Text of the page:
This article is not meant to be an advertisement and nobody should be buying the product based on one sentence in it (reading the whole article would make everything abundantly clear). Ignoring the health focus of this company, even if this changes permanently and irrevocably in future, would make it an extremely unbalanced article. HelenOnline 15:20, 11 July 2014 (UTC)
It also removed context for the whole regulatory section. A better question might be to ask Roger why he insists on removing it. HelenOnline 15:36, 11 July 2014 (UTC)
Okay, I added the FDA references back in. The article does have the warning that it "appears to be written like an advertisement." It does not seem important or significant to me that the company continues to allow old customers to view the reports that they previously purchased and accessed, or that purchasers who did not get what they were promised were offered a refund. It might be news if the company failed to do these things. Companies change their product offerings all the time, and how they manage the transition is just not interesting. I doubt that an article about 23andme today would mention it. But go ahead and tell me if I am wrong. Roger (talk) 16:43, 11 July 2014 (UTC)
That warning is not an invitation to make it more like an advertisement, quite the opposite. The company has to date been primarily focussed on health analysis and research, so not covering how that has worked in the past and continues to work for at least 500,000 customers makes no sense especially when we go on to discuss problems that arose with the regulators as a result of it. HelenOnline 16:54, 11 July 2014 (UTC)
Wikipedia is also not a newspaper, so that comparison is irrelevant. HelenOnline 17:01, 11 July 2014 (UTC)

────────────────────────────────────────────────────────────────────────────────────────────────────In the absence of a response, I have restored balance to the article, and in the process expanded the product description. Please discuss here if necessary. HelenOnline 13:16, 17 July 2014 (UTC)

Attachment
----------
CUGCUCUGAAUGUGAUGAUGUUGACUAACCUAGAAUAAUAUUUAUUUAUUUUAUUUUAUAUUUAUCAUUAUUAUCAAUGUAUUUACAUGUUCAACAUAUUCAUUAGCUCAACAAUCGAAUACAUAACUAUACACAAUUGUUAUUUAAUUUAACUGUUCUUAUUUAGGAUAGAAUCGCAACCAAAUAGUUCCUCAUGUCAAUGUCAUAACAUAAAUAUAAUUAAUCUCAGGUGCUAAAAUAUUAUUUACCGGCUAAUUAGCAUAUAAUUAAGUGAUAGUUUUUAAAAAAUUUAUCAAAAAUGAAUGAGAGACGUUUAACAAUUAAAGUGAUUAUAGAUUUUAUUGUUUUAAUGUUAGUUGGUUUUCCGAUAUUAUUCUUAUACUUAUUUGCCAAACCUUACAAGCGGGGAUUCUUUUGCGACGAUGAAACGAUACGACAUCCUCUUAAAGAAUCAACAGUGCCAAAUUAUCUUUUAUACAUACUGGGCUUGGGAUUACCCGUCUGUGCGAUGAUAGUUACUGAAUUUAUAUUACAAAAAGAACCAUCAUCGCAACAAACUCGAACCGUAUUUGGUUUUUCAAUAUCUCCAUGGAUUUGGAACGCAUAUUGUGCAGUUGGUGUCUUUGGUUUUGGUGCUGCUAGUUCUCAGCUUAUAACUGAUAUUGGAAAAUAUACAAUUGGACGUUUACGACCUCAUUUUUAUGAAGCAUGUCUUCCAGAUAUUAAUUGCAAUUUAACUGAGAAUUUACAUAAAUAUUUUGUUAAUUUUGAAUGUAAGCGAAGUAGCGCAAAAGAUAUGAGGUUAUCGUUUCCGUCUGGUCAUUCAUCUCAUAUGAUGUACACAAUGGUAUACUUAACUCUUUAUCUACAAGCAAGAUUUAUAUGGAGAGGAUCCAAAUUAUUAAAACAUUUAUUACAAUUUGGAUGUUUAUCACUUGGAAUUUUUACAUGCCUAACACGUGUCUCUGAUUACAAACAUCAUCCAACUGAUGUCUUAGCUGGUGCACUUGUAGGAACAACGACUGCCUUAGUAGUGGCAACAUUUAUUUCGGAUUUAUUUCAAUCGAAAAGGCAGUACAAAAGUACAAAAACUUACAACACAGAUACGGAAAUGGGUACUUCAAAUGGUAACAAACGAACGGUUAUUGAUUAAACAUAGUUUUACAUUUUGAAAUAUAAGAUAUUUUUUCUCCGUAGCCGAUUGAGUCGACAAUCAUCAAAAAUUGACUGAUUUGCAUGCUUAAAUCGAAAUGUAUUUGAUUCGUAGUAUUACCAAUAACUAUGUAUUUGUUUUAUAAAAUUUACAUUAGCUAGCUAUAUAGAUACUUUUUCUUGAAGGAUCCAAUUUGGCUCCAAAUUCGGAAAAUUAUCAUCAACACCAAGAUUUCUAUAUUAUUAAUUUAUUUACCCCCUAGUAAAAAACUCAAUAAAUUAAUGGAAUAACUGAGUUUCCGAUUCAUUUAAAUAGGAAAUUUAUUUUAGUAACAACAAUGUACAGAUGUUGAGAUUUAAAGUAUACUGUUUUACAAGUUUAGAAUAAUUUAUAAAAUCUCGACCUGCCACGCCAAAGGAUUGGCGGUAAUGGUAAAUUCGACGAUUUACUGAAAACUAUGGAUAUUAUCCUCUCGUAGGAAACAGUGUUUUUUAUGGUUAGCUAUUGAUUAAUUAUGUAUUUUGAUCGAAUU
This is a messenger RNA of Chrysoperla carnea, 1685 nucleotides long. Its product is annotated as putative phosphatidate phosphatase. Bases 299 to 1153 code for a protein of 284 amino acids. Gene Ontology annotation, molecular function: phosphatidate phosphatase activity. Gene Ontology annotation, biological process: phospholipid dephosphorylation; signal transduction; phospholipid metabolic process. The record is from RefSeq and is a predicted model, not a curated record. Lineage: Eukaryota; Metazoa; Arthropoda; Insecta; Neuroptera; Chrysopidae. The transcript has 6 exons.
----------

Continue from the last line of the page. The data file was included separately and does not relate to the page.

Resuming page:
I see that you made about 50 edits. I agree with whoever said that the article reads like a company advertisement, so I have restored that warning at the top. In particular, I think that it is very misleading for the lead paragraph to brag about 23andme having an invention of the year, and not mention that the FDA has ordered that product discontinued. Roger (talk) 16:26, 17 July 2014 (UTC)
I have made a lot of changes since that tag was added, and you have addressed the lead. I would hate to think all that effort was in vain. WeijiBaikeBianji, as you added the tag initially do you agree that it is still necessary and if not what still needs to be changed? HelenOnline 07:14, 18 July 2014 (UTC)
I think the article is much improved since the advert tag was added, so I wouldn't revert a removal of the tag given the current condition of the article. -- WeijiBaikeBianji (talk, how I edit) 14:35, 18 July 2014 (UTC)